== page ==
Nier: Automata is not just about overly attractive androids, post-apocalyptic Earth, and absolutely perfect music, oh no. It is all about the gameplay and with the varying styles that are seamlessly woven throughout each area/level, there is plenty here to be enthralled by. Navigating the rusted, broken down ruins of the various locations can go from a rear-camera action title to side-scrolling beat-em-up to a top-down twin-stick shooter in a heartbeat and the most awe-inspiring thing about these transitions? They feel completely natural. The shift in gameplay genre is not all that can keep you engrossed though, as there are a bazillion different customizable options for you that allow you to create the perfect 2B for your playstyle.


Though there are traditional "level ups" in N:A, the real customization comes in the form of plug-and-play chips. As you are an android you can upgrade your system no different than you can today with a computer; to maintain some restriction on upgrades though, there are a limited number of slots that you get (that expands as you level up/purchase slot expansions) so you may find a particularly useful upgrade near the start of the game, it could take 11 expansion slots which is about all you have to start; instead you may find other, "smaller" packs that can provide better, more useful passive skills. I for one bypassed the initial Attack Up chip that I found that used 11 slots and instead added a few more useful options like an auto-heal when critical and a shockwave chip (which adds stun to your attacks).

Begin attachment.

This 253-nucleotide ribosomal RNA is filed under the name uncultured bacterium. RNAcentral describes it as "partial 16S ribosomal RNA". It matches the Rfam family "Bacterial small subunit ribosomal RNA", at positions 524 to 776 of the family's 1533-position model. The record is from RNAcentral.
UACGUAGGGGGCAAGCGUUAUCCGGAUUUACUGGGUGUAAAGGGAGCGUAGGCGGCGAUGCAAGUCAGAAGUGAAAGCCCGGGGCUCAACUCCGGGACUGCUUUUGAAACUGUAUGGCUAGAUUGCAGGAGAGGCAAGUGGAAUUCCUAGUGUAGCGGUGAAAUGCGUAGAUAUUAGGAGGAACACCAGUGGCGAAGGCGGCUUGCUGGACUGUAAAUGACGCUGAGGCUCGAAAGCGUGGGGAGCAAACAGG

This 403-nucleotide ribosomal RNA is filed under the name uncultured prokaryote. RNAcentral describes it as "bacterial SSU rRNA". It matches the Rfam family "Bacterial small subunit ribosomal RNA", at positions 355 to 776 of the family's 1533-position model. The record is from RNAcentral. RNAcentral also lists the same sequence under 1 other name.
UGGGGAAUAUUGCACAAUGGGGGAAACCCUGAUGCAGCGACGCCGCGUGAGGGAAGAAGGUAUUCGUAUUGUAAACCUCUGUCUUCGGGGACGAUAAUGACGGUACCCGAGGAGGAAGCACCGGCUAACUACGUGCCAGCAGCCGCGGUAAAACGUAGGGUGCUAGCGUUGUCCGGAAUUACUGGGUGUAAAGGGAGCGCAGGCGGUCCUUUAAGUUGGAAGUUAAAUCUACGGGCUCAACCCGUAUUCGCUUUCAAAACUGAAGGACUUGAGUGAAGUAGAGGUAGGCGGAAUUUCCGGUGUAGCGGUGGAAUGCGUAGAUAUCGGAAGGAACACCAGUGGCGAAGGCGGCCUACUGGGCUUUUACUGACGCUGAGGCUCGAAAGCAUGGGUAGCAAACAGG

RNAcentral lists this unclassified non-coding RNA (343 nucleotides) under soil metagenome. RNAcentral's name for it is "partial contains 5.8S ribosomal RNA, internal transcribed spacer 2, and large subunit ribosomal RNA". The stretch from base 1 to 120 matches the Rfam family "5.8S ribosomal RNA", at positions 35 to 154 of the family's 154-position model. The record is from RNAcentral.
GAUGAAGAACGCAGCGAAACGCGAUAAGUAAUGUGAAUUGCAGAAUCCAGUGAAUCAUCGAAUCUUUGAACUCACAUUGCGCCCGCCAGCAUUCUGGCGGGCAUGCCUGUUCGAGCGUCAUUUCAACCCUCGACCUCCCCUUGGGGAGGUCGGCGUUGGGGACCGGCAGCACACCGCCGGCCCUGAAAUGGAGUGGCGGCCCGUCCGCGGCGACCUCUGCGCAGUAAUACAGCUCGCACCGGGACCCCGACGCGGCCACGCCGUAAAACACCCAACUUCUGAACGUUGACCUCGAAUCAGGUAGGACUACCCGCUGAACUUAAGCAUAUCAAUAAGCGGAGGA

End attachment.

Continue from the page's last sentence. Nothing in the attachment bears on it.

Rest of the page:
In retrospect, looking at the upgrade method in N:A I was distinctly reminded of the flexibility (and potentially devastating outcome) of the Materia system in Final Fantasy VII. Combine the modularity of the chip system to the upgradability and fantastically varied range of weapons and you can tailor 2B to be the perfect alien/machine destroyer. With weapon setups similar to those found in the Soulsbourne games, two loadouts with a left and right weapon, you can switch between the weapon setups that you need to get you through the 26 endings found throughout Nier: Automata (yup, 26 of them, one for each letter of the alphabet). I myself am actually partial to unarmed+spear and short sword+short sword.